Logo of Phnom Penh Post newspaper Phnom Penh Post - Disaffected abandon F'pec ship as captain cries rally

Disaffected abandon F'pec ship as captain cries rally

Disaffected abandon F'pec ship as captain cries rally

HUNDREDS of Funcinpec officials met in Phnom Penh last week to discuss strategy,

as signs of disunity surfaced with the defections of some Funcinpec-affiliated police

officers to the Cambodian People's Party (CPP).

Party representatives from the provinces, government ministries and armed forces

attended the Aug 2 meeting.

Funcinpec leader and First Prime Minister Prince Norodom Ranariddh urged party solidarity,

honesty and effective planning for commune and national elections, according to party


Party Secretary-General Loy Sim Chheang described the gathering as routine, but political

observers attributed greater importance to it.

The meeting came amid continued outspokenness by Ranariddh and his CPP co-Prime Minister

Hun Sen - who claimed a recent assassination plot against him - and signs of mounting

tension within the Cambodian armed forces.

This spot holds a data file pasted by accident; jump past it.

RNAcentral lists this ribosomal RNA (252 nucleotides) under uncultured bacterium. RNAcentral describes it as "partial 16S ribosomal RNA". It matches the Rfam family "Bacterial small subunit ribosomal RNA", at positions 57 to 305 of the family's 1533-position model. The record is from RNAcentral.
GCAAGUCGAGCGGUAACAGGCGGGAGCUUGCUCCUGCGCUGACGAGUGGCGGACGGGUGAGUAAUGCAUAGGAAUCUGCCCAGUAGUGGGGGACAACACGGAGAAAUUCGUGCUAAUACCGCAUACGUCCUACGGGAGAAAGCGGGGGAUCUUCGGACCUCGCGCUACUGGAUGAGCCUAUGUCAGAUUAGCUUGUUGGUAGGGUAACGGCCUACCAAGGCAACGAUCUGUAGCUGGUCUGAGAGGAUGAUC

It also followed the defections of about 200 Ministry of Interior personnel affiliated

to Funcinpec or the former Khmer People's National Liberation (KPNLF) to the CPP.

Well-informed sources said of the defectors, some of whom held ranks as high as general,

about 170 were Funcinpec members and 30 KPNLF.

"The figure only accounts for those who are serving within the ministry alone.

Probably, there are [defectors] in provinces that we don't know about," said

one source, who demanded anonymity.

Another said the defections began more than a month ago when some officers "volunteered"

to apply for CPP membership.

"No ceremony was held. They simply gave in their photos and membership cards